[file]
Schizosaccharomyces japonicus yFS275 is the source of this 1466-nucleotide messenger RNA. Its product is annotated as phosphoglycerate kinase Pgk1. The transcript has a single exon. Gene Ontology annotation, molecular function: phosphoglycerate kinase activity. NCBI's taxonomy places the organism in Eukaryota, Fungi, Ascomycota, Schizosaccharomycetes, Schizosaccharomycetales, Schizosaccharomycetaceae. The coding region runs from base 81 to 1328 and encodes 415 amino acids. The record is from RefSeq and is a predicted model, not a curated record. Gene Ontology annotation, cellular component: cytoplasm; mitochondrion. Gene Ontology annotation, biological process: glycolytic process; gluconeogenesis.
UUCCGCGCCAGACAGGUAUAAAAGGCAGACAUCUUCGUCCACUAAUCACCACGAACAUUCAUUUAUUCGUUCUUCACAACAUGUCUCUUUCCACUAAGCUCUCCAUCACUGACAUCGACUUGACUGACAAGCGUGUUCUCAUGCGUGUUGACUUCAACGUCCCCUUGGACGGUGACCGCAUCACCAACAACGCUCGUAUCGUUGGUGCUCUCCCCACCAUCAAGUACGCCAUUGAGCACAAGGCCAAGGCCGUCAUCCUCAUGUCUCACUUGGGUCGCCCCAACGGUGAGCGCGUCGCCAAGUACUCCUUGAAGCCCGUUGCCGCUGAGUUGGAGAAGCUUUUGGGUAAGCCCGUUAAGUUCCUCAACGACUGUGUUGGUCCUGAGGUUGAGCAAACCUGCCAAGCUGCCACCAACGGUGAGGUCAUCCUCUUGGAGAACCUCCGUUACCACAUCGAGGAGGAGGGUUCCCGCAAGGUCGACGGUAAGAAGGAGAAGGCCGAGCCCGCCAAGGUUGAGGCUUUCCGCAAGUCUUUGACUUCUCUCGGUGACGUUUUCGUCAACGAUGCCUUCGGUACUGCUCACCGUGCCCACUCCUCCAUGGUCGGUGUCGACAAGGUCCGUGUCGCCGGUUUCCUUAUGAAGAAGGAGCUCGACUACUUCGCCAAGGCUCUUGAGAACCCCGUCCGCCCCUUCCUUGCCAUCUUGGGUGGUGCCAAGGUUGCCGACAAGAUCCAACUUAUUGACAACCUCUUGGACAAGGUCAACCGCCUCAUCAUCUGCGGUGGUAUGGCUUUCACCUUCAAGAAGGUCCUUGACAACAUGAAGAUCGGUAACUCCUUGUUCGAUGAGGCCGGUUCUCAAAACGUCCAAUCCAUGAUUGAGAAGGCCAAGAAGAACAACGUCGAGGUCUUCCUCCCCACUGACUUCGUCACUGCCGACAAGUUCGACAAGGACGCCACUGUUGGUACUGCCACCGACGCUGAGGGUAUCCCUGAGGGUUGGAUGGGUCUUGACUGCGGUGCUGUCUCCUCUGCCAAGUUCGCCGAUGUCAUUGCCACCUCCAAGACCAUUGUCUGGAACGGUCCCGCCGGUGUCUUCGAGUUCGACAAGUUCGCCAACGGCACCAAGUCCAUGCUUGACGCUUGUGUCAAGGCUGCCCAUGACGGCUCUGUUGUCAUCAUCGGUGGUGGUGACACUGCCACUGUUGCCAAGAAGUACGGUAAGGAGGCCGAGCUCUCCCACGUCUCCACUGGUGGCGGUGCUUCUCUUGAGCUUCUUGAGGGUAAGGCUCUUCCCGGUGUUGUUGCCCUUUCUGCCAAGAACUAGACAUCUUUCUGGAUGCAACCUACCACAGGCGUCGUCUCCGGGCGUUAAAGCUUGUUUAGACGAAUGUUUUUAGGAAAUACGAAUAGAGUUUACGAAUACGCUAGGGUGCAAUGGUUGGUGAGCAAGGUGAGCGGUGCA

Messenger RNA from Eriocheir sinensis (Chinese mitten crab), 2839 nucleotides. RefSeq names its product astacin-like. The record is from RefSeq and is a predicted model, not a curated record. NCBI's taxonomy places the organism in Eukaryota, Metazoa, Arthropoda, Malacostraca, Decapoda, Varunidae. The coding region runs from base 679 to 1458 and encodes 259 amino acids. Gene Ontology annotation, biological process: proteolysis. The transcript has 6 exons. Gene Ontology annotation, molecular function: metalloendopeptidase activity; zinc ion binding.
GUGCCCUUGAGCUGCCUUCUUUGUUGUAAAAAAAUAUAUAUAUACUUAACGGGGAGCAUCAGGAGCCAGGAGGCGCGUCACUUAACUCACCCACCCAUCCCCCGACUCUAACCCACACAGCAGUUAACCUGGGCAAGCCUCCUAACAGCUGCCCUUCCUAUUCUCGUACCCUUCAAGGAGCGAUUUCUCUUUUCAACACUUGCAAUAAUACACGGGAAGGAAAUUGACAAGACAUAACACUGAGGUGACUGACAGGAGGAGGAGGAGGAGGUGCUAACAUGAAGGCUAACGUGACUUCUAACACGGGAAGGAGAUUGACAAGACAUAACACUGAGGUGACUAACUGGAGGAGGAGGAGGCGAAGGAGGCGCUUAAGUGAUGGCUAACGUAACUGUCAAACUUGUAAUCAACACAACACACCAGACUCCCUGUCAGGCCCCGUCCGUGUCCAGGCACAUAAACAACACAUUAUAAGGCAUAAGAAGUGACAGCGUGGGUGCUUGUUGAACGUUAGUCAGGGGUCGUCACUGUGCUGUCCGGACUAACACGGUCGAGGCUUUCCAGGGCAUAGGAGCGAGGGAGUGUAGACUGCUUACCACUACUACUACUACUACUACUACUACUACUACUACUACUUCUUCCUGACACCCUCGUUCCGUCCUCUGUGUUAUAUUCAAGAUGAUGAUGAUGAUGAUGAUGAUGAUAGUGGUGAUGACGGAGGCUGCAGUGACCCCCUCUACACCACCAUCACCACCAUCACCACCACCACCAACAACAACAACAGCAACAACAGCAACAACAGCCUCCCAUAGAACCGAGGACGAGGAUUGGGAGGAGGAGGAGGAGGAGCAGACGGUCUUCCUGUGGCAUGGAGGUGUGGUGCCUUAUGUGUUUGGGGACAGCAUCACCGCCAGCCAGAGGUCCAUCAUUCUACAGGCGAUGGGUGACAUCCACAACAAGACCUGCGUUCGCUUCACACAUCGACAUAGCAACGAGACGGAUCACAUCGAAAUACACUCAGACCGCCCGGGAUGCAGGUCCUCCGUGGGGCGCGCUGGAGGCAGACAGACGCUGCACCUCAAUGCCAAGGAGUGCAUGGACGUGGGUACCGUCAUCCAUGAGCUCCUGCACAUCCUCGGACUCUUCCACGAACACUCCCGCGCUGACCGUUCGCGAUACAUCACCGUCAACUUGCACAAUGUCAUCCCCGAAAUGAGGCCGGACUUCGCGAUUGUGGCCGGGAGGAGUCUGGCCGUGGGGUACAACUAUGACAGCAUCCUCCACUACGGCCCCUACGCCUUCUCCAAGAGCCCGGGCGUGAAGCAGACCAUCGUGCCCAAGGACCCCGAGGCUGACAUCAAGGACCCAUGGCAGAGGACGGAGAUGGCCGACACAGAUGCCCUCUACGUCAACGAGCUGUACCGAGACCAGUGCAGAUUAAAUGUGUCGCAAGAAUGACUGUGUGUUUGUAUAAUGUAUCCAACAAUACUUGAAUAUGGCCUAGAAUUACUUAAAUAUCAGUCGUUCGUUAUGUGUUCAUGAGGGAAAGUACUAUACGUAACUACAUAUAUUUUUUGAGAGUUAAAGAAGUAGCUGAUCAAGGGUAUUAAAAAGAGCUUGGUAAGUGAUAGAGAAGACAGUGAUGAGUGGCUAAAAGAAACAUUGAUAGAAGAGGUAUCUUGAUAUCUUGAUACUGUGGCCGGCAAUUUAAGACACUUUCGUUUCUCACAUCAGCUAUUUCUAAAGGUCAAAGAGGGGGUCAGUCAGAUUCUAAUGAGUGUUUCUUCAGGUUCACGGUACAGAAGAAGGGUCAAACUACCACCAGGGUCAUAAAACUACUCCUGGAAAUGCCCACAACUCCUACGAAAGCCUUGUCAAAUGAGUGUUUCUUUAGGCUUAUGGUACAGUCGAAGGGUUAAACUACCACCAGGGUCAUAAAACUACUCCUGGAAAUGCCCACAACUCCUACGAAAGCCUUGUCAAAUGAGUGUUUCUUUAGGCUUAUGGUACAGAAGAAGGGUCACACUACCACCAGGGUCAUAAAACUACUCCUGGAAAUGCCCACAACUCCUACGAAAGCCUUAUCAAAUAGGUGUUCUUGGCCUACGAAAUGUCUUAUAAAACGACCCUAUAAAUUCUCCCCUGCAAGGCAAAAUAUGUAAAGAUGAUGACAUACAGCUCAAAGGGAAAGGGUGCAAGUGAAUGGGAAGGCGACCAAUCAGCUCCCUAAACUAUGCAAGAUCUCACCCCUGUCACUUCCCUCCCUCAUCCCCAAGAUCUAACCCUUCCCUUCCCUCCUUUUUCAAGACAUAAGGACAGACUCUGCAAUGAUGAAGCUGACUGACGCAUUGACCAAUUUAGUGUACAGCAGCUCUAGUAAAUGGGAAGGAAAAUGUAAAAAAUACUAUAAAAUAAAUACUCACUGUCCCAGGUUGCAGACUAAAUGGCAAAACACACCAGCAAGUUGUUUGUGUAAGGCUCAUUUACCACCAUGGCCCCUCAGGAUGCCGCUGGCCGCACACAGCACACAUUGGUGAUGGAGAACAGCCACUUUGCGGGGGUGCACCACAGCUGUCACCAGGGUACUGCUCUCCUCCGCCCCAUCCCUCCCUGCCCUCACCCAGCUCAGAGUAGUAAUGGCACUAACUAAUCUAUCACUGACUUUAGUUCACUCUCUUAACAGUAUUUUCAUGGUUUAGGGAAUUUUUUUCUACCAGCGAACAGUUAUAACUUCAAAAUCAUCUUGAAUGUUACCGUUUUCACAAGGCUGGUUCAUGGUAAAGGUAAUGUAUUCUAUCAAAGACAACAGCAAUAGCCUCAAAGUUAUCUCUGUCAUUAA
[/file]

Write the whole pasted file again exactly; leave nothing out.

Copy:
Schizosaccharomyces japonicus yFS275 is the source of this 1466-nucleotide messenger RNA. Its product is annotated as phosphoglycerate kinase Pgk1. The transcript has a single exon. Gene Ontology annotation, molecular function: phosphoglycerate kinase activity. NCBI's taxonomy places the organism in Eukaryota, Fungi, Ascomycota, Schizosaccharomycetes, Schizosaccharomycetales, Schizosaccharomycetaceae. The coding region runs from base 81 to 1328 and encodes 415 amino acids. The record is from RefSeq and is a predicted model, not a curated record. Gene Ontology annotation, cellular component: cytoplasm; mitochondrion. Gene Ontology annotation, biological process: glycolytic process; gluconeogenesis.
UUCCGCGCCAGACAGGUAUAAAAGGCAGACAUCUUCGUCCACUAAUCACCACGAACAUUCAUUUAUUCGUUCUUCACAACAUGUCUCUUUCCACUAAGCUCUCCAUCACUGACAUCGACUUGACUGACAAGCGUGUUCUCAUGCGUGUUGACUUCAACGUCCCCUUGGACGGUGACCGCAUCACCAACAACGCUCGUAUCGUUGGUGCUCUCCCCACCAUCAAGUACGCCAUUGAGCACAAGGCCAAGGCCGUCAUCCUCAUGUCUCACUUGGGUCGCCCCAACGGUGAGCGCGUCGCCAAGUACUCCUUGAAGCCCGUUGCCGCUGAGUUGGAGAAGCUUUUGGGUAAGCCCGUUAAGUUCCUCAACGACUGUGUUGGUCCUGAGGUUGAGCAAACCUGCCAAGCUGCCACCAACGGUGAGGUCAUCCUCUUGGAGAACCUCCGUUACCACAUCGAGGAGGAGGGUUCCCGCAAGGUCGACGGUAAGAAGGAGAAGGCCGAGCCCGCCAAGGUUGAGGCUUUCCGCAAGUCUUUGACUUCUCUCGGUGACGUUUUCGUCAACGAUGCCUUCGGUACUGCUCACCGUGCCCACUCCUCCAUGGUCGGUGUCGACAAGGUCCGUGUCGCCGGUUUCCUUAUGAAGAAGGAGCUCGACUACUUCGCCAAGGCUCUUGAGAACCCCGUCCGCCCCUUCCUUGCCAUCUUGGGUGGUGCCAAGGUUGCCGACAAGAUCCAACUUAUUGACAACCUCUUGGACAAGGUCAACCGCCUCAUCAUCUGCGGUGGUAUGGCUUUCACCUUCAAGAAGGUCCUUGACAACAUGAAGAUCGGUAACUCCUUGUUCGAUGAGGCCGGUUCUCAAAACGUCCAAUCCAUGAUUGAGAAGGCCAAGAAGAACAACGUCGAGGUCUUCCUCCCCACUGACUUCGUCACUGCCGACAAGUUCGACAAGGACGCCACUGUUGGUACUGCCACCGACGCUGAGGGUAUCCCUGAGGGUUGGAUGGGUCUUGACUGCGGUGCUGUCUCCUCUGCCAAGUUCGCCGAUGUCAUUGCCACCUCCAAGACCAUUGUCUGGAACGGUCCCGCCGGUGUCUUCGAGUUCGACAAGUUCGCCAACGGCACCAAGUCCAUGCUUGACGCUUGUGUCAAGGCUGCCCAUGACGGCUCUGUUGUCAUCAUCGGUGGUGGUGACACUGCCACUGUUGCCAAGAAGUACGGUAAGGAGGCCGAGCUCUCCCACGUCUCCACUGGUGGCGGUGCUUCUCUUGAGCUUCUUGAGGGUAAGGCUCUUCCCGGUGUUGUUGCCCUUUCUGCCAAGAACUAGACAUCUUUCUGGAUGCAACCUACCACAGGCGUCGUCUCCGGGCGUUAAAGCUUGUUUAGACGAAUGUUUUUAGGAAAUACGAAUAGAGUUUACGAAUACGCUAGGGUGCAAUGGUUGGUGAGCAAGGUGAGCGGUGCA

Messenger RNA from Eriocheir sinensis (Chinese mitten crab), 2839 nucleotides. RefSeq names its product astacin-like. The record is from RefSeq and is a predicted model, not a curated record. NCBI's taxonomy places the organism in Eukaryota, Metazoa, Arthropoda, Malacostraca, Decapoda, Varunidae. The coding region runs from base 679 to 1458 and encodes 259 amino acids. Gene Ontology annotation, biological process: proteolysis. The transcript has 6 exons. Gene Ontology annotation, molecular function: metalloendopeptidase activity; zinc ion binding.
GUGCCCUUGAGCUGCCUUCUUUGUUGUAAAAAAAUAUAUAUAUACUUAACGGGGAGCAUCAGGAGCCAGGAGGCGCGUCACUUAACUCACCCACCCAUCCCCCGACUCUAACCCACACAGCAGUUAACCUGGGCAAGCCUCCUAACAGCUGCCCUUCCUAUUCUCGUACCCUUCAAGGAGCGAUUUCUCUUUUCAACACUUGCAAUAAUACACGGGAAGGAAAUUGACAAGACAUAACACUGAGGUGACUGACAGGAGGAGGAGGAGGAGGUGCUAACAUGAAGGCUAACGUGACUUCUAACACGGGAAGGAGAUUGACAAGACAUAACACUGAGGUGACUAACUGGAGGAGGAGGAGGCGAAGGAGGCGCUUAAGUGAUGGCUAACGUAACUGUCAAACUUGUAAUCAACACAACACACCAGACUCCCUGUCAGGCCCCGUCCGUGUCCAGGCACAUAAACAACACAUUAUAAGGCAUAAGAAGUGACAGCGUGGGUGCUUGUUGAACGUUAGUCAGGGGUCGUCACUGUGCUGUCCGGACUAACACGGUCGAGGCUUUCCAGGGCAUAGGAGCGAGGGAGUGUAGACUGCUUACCACUACUACUACUACUACUACUACUACUACUACUACUACUUCUUCCUGACACCCUCGUUCCGUCCUCUGUGUUAUAUUCAAGAUGAUGAUGAUGAUGAUGAUGAUGAUAGUGGUGAUGACGGAGGCUGCAGUGACCCCCUCUACACCACCAUCACCACCAUCACCACCACCACCAACAACAACAACAGCAACAACAGCAACAACAGCCUCCCAUAGAACCGAGGACGAGGAUUGGGAGGAGGAGGAGGAGGAGCAGACGGUCUUCCUGUGGCAUGGAGGUGUGGUGCCUUAUGUGUUUGGGGACAGCAUCACCGCCAGCCAGAGGUCCAUCAUUCUACAGGCGAUGGGUGACAUCCACAACAAGACCUGCGUUCGCUUCACACAUCGACAUAGCAACGAGACGGAUCACAUCGAAAUACACUCAGACCGCCCGGGAUGCAGGUCCUCCGUGGGGCGCGCUGGAGGCAGACAGACGCUGCACCUCAAUGCCAAGGAGUGCAUGGACGUGGGUACCGUCAUCCAUGAGCUCCUGCACAUCCUCGGACUCUUCCACGAACACUCCCGCGCUGACCGUUCGCGAUACAUCACCGUCAACUUGCACAAUGUCAUCCCCGAAAUGAGGCCGGACUUCGCGAUUGUGGCCGGGAGGAGUCUGGCCGUGGGGUACAACUAUGACAGCAUCCUCCACUACGGCCCCUACGCCUUCUCCAAGAGCCCGGGCGUGAAGCAGACCAUCGUGCCCAAGGACCCCGAGGCUGACAUCAAGGACCCAUGGCAGAGGACGGAGAUGGCCGACACAGAUGCCCUCUACGUCAACGAGCUGUACCGAGACCAGUGCAGAUUAAAUGUGUCGCAAGAAUGACUGUGUGUUUGUAUAAUGUAUCCAACAAUACUUGAAUAUGGCCUAGAAUUACUUAAAUAUCAGUCGUUCGUUAUGUGUUCAUGAGGGAAAGUACUAUACGUAACUACAUAUAUUUUUUGAGAGUUAAAGAAGUAGCUGAUCAAGGGUAUUAAAAAGAGCUUGGUAAGUGAUAGAGAAGACAGUGAUGAGUGGCUAAAAGAAACAUUGAUAGAAGAGGUAUCUUGAUAUCUUGAUACUGUGGCCGGCAAUUUAAGACACUUUCGUUUCUCACAUCAGCUAUUUCUAAAGGUCAAAGAGGGGGUCAGUCAGAUUCUAAUGAGUGUUUCUUCAGGUUCACGGUACAGAAGAAGGGUCAAACUACCACCAGGGUCAUAAAACUACUCCUGGAAAUGCCCACAACUCCUACGAAAGCCUUGUCAAAUGAGUGUUUCUUUAGGCUUAUGGUACAGUCGAAGGGUUAAACUACCACCAGGGUCAUAAAACUACUCCUGGAAAUGCCCACAACUCCUACGAAAGCCUUGUCAAAUGAGUGUUUCUUUAGGCUUAUGGUACAGAAGAAGGGUCACACUACCACCAGGGUCAUAAAACUACUCCUGGAAAUGCCCACAACUCCUACGAAAGCCUUAUCAAAUAGGUGUUCUUGGCCUACGAAAUGUCUUAUAAAACGACCCUAUAAAUUCUCCCCUGCAAGGCAAAAUAUGUAAAGAUGAUGACAUACAGCUCAAAGGGAAAGGGUGCAAGUGAAUGGGAAGGCGACCAAUCAGCUCCCUAAACUAUGCAAGAUCUCACCCCUGUCACUUCCCUCCCUCAUCCCCAAGAUCUAACCCUUCCCUUCCCUCCUUUUUCAAGACAUAAGGACAGACUCUGCAAUGAUGAAGCUGACUGACGCAUUGACCAAUUUAGUGUACAGCAGCUCUAGUAAAUGGGAAGGAAAAUGUAAAAAAUACUAUAAAAUAAAUACUCACUGUCCCAGGUUGCAGACUAAAUGGCAAAACACACCAGCAAGUUGUUUGUGUAAGGCUCAUUUACCACCAUGGCCCCUCAGGAUGCCGCUGGCCGCACACAGCACACAUUGGUGAUGGAGAACAGCCACUUUGCGGGGGUGCACCACAGCUGUCACCAGGGUACUGCUCUCCUCCGCCCCAUCCCUCCCUGCCCUCACCCAGCUCAGAGUAGUAAUGGCACUAACUAAUCUAUCACUGACUUUAGUUCACUCUCUUAACAGUAUUUUCAUGGUUUAGGGAAUUUUUUUCUACCAGCGAACAGUUAUAACUUCAAAAUCAUCUUGAAUGUUACCGUUUUCACAAGGCUGGUUCAUGGUAAAGGUAAUGUAUUCUAUCAAAGACAACAGCAAUAGCCUCAAAGUUAUCUCUGUCAUUAA